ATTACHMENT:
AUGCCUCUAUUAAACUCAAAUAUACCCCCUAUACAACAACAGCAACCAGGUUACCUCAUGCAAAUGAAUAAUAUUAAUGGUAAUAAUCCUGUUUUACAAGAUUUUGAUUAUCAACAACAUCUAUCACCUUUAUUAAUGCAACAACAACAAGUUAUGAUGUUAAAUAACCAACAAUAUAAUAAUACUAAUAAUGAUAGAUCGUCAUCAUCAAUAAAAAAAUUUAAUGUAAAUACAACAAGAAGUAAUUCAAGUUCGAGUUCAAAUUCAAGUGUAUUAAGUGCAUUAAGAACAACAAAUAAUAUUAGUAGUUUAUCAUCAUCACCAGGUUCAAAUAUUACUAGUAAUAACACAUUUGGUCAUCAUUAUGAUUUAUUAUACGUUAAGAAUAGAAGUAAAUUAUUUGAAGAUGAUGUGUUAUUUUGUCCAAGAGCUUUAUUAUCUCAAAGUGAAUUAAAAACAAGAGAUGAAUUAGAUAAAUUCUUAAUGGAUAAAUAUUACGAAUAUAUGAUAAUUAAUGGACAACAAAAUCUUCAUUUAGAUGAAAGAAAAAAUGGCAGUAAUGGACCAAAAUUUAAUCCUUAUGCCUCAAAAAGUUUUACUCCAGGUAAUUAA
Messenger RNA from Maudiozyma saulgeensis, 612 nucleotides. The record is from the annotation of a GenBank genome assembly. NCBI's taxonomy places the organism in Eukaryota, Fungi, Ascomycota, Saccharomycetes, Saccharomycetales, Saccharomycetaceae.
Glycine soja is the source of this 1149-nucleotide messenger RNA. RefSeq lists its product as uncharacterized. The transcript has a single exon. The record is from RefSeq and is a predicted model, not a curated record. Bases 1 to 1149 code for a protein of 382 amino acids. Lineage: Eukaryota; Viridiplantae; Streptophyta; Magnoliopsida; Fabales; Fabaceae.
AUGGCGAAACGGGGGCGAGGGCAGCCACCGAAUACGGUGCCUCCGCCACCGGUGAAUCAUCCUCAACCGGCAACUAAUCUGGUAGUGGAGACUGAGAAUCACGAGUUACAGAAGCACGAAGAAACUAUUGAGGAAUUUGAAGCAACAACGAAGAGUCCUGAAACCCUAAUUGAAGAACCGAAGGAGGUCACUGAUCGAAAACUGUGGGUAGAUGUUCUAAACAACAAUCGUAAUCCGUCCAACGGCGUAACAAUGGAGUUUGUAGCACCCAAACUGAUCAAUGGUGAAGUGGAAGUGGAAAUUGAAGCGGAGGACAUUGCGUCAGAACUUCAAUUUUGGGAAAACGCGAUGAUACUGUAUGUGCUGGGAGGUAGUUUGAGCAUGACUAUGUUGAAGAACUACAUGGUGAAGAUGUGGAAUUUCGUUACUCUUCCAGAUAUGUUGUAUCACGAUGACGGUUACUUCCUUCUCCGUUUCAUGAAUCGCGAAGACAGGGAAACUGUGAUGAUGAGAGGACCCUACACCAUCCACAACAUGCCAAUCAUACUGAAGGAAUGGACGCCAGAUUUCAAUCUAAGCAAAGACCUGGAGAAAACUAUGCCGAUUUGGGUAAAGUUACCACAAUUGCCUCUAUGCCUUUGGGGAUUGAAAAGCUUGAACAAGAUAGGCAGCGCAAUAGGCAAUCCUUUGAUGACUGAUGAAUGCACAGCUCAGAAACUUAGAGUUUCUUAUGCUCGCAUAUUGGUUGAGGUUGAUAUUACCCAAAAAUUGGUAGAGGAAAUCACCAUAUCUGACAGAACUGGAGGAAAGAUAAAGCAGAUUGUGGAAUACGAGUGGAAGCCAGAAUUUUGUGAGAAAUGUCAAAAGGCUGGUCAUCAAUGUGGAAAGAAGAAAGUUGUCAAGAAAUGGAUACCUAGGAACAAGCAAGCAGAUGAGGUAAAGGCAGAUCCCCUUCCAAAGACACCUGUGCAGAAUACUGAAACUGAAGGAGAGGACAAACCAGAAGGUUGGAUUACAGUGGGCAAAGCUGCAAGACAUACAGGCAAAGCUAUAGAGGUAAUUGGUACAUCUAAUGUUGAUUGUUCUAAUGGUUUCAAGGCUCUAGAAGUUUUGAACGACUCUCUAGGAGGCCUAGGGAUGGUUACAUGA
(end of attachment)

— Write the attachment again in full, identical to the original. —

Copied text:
AUGCCUCUAUUAAACUCAAAUAUACCCCCUAUACAACAACAGCAACCAGGUUACCUCAUGCAAAUGAAUAAUAUUAAUGGUAAUAAUCCUGUUUUACAAGAUUUUGAUUAUCAACAACAUCUAUCACCUUUAUUAAUGCAACAACAACAAGUUAUGAUGUUAAAUAACCAACAAUAUAAUAAUACUAAUAAUGAUAGAUCGUCAUCAUCAAUAAAAAAAUUUAAUGUAAAUACAACAAGAAGUAAUUCAAGUUCGAGUUCAAAUUCAAGUGUAUUAAGUGCAUUAAGAACAACAAAUAAUAUUAGUAGUUUAUCAUCAUCACCAGGUUCAAAUAUUACUAGUAAUAACACAUUUGGUCAUCAUUAUGAUUUAUUAUACGUUAAGAAUAGAAGUAAAUUAUUUGAAGAUGAUGUGUUAUUUUGUCCAAGAGCUUUAUUAUCUCAAAGUGAAUUAAAAACAAGAGAUGAAUUAGAUAAAUUCUUAAUGGAUAAAUAUUACGAAUAUAUGAUAAUUAAUGGACAACAAAAUCUUCAUUUAGAUGAAAGAAAAAAUGGCAGUAAUGGACCAAAAUUUAAUCCUUAUGCCUCAAAAAGUUUUACUCCAGGUAAUUAA
Messenger RNA from Maudiozyma saulgeensis, 612 nucleotides. The record is from the annotation of a GenBank genome assembly. NCBI's taxonomy places the organism in Eukaryota, Fungi, Ascomycota, Saccharomycetes, Saccharomycetales, Saccharomycetaceae.
Glycine soja is the source of this 1149-nucleotide messenger RNA. RefSeq lists its product as uncharacterized. The transcript has a single exon. The record is from RefSeq and is a predicted model, not a curated record. Bases 1 to 1149 code for a protein of 382 amino acids. Lineage: Eukaryota; Viridiplantae; Streptophyta; Magnoliopsida; Fabales; Fabaceae.
AUGGCGAAACGGGGGCGAGGGCAGCCACCGAAUACGGUGCCUCCGCCACCGGUGAAUCAUCCUCAACCGGCAACUAAUCUGGUAGUGGAGACUGAGAAUCACGAGUUACAGAAGCACGAAGAAACUAUUGAGGAAUUUGAAGCAACAACGAAGAGUCCUGAAACCCUAAUUGAAGAACCGAAGGAGGUCACUGAUCGAAAACUGUGGGUAGAUGUUCUAAACAACAAUCGUAAUCCGUCCAACGGCGUAACAAUGGAGUUUGUAGCACCCAAACUGAUCAAUGGUGAAGUGGAAGUGGAAAUUGAAGCGGAGGACAUUGCGUCAGAACUUCAAUUUUGGGAAAACGCGAUGAUACUGUAUGUGCUGGGAGGUAGUUUGAGCAUGACUAUGUUGAAGAACUACAUGGUGAAGAUGUGGAAUUUCGUUACUCUUCCAGAUAUGUUGUAUCACGAUGACGGUUACUUCCUUCUCCGUUUCAUGAAUCGCGAAGACAGGGAAACUGUGAUGAUGAGAGGACCCUACACCAUCCACAACAUGCCAAUCAUACUGAAGGAAUGGACGCCAGAUUUCAAUCUAAGCAAAGACCUGGAGAAAACUAUGCCGAUUUGGGUAAAGUUACCACAAUUGCCUCUAUGCCUUUGGGGAUUGAAAAGCUUGAACAAGAUAGGCAGCGCAAUAGGCAAUCCUUUGAUGACUGAUGAAUGCACAGCUCAGAAACUUAGAGUUUCUUAUGCUCGCAUAUUGGUUGAGGUUGAUAUUACCCAAAAAUUGGUAGAGGAAAUCACCAUAUCUGACAGAACUGGAGGAAAGAUAAAGCAGAUUGUGGAAUACGAGUGGAAGCCAGAAUUUUGUGAGAAAUGUCAAAAGGCUGGUCAUCAAUGUGGAAAGAAGAAAGUUGUCAAGAAAUGGAUACCUAGGAACAAGCAAGCAGAUGAGGUAAAGGCAGAUCCCCUUCCAAAGACACCUGUGCAGAAUACUGAAACUGAAGGAGAGGACAAACCAGAAGGUUGGAUUACAGUGGGCAAAGCUGCAAGACAUACAGGCAAAGCUAUAGAGGUAAUUGGUACAUCUAAUGUUGAUUGUUCUAAUGGUUUCAAGGCUCUAGAAGUUUUGAACGACUCUCUAGGAGGCCUAGGGAUGGUUACAUGA